The new director of the National Iranian Oil Company (NIOC), Ali Kardor, confirmed in recent days that, at least in the short term, the previous contractual model, known as a "buy-back" model, in force since the ’90s and considered particularly risky by the major international oil companies, will be maintained. Kardor ha specified in a press conference that the future development of the Iranian oil fields will take place via the use of 3 agreement models: the classic buy-back model, the so-called EPCF (Engineering Procurement Construction and Financing) contract which requires companies to construct, develop and finance the project, and the new contractual model that is still being examined known as the IPC (Iran Petroleum Contract). Kardor has not provided any further details on the IPC and which conditions will be applied to it, apart from stating that "the common fields", that is the oil fields shared with countries, will be able to see the first use of the new contract type. The vague tone used by Kardor was interpreted by analysts as a freeze of the reform, due to the pressures of the most conservative fringes: a development that could slow down expected future investments and therefore oil production.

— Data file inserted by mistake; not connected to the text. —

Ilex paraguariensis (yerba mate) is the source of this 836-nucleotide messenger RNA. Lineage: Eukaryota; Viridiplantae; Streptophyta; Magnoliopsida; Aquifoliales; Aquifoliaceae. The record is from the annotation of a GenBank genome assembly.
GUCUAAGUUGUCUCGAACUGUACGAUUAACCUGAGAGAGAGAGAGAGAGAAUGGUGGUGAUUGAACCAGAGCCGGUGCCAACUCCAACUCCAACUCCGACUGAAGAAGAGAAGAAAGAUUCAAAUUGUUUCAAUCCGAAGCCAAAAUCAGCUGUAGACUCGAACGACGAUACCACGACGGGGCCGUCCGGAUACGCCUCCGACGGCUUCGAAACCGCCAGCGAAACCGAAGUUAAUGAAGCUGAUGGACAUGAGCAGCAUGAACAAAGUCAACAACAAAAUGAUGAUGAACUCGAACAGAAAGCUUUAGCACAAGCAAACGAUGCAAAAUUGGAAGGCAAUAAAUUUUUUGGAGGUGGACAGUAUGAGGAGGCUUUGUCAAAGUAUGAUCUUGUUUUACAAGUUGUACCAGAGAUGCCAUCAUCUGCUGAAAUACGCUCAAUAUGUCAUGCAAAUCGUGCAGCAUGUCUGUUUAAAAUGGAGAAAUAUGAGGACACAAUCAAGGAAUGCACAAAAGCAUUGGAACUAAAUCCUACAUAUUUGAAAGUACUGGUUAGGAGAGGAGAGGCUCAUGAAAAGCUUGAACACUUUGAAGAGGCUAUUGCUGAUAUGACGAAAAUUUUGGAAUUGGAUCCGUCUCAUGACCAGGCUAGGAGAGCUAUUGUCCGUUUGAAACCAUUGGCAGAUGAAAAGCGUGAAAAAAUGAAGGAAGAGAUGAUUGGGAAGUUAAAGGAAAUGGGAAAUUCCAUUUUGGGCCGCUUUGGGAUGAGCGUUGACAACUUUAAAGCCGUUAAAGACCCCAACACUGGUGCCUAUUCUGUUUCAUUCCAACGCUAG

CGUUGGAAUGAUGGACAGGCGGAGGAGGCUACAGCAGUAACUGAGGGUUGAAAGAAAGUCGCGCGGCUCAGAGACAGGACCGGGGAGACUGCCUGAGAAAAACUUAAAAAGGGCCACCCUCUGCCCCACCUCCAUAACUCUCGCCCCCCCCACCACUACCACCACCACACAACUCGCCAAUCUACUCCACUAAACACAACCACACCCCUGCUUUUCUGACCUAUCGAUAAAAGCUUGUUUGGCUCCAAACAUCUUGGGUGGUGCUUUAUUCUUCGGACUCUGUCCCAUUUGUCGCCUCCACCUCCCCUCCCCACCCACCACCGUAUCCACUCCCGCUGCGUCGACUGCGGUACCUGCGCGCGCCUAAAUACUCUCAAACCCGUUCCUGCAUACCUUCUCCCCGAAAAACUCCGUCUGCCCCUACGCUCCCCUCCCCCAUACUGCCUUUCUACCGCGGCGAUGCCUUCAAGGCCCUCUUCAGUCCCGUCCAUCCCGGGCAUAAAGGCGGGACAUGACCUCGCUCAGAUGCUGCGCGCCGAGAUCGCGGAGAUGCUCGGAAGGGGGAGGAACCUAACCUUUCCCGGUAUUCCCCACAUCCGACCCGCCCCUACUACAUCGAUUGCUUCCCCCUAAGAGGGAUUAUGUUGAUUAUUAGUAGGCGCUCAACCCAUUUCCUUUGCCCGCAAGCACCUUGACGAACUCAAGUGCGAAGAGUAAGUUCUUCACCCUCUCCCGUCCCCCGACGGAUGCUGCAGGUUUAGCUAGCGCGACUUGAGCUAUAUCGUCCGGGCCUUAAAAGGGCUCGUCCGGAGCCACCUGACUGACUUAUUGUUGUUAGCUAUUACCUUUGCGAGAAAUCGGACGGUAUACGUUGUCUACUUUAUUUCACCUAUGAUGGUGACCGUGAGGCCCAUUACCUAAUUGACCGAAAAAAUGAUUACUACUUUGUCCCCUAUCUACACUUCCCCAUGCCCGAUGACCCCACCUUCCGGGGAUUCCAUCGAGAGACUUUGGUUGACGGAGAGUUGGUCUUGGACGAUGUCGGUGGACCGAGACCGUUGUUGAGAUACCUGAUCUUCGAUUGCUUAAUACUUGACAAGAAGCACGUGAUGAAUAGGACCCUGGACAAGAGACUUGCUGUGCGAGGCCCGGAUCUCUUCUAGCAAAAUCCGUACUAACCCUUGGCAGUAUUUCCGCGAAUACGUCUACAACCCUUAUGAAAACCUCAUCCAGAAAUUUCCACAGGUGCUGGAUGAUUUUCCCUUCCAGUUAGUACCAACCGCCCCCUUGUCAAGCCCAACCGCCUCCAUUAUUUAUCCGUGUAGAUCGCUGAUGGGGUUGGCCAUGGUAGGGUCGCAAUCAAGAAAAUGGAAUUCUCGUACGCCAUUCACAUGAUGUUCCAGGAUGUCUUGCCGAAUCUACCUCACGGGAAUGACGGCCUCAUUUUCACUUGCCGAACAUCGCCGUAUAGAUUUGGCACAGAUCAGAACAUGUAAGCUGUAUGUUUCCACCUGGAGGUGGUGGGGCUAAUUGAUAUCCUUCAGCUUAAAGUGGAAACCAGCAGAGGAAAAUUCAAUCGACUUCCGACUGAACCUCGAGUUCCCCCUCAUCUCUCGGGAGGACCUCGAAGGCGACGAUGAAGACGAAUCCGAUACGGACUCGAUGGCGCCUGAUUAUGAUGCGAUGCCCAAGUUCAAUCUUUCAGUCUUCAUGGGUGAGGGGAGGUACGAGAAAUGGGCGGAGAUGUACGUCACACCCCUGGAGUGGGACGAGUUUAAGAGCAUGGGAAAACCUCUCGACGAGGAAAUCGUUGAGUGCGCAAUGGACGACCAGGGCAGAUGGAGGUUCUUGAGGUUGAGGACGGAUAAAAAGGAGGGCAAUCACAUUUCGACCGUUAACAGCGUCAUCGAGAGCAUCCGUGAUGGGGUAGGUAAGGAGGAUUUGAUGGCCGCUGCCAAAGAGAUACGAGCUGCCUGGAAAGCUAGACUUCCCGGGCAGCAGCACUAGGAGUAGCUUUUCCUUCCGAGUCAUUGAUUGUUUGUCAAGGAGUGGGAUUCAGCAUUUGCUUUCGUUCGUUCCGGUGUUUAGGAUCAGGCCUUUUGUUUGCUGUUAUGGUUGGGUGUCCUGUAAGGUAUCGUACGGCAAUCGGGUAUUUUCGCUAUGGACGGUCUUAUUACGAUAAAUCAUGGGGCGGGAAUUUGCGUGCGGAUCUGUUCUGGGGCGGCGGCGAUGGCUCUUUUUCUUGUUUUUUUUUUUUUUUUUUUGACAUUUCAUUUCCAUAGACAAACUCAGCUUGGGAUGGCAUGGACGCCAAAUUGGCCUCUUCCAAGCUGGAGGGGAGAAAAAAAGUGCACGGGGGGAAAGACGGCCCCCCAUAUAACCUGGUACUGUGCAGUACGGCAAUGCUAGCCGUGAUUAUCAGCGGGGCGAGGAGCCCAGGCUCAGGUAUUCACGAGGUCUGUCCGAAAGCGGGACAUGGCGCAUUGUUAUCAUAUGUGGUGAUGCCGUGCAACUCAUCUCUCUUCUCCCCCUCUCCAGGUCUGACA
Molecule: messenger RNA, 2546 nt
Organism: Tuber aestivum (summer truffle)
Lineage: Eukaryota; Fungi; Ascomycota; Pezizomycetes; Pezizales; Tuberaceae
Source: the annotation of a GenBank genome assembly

Kardor’s statements are also at odds with the statements made on June 27, 2016 in an interview with the Iranian press agency "ISNA" by Iranian Oil Minister Bijan Zangeneh himself, according to whom the country was planning to launch a series of bids for the development of its oil fields this summer, revealing the intention to implement the IPC contract as soon as possible. In the interview, Zangeneh provided various details on the matter, stating that the authorities had the intention of developing the first oil fields along the borders, including the southern Azadegan oil field, near Iraq, revealing the possibility of bids also in the field of exploration. The minister emphasized: "One of the most important challenges is to benefit from the shared fields. Iran needs to increase the amount of oil it can produce and needs technology, for better management and more funds. For this reason, we have prepared new contracts". Zangeneh had also revealed that the submission of bids to develop 10 to 15 oil and natural gas fields would be set by July, specifying, as priorities for development, phase 11 of the natural gas field of South Pars and the respective Farzad oil and gas fields. The minister had finally concluded by reiterating that Iran’s primary goal is to produce approximately 4.8 million barrels of oil per day and approximately 1 million barrels of condensate in the next 5 years.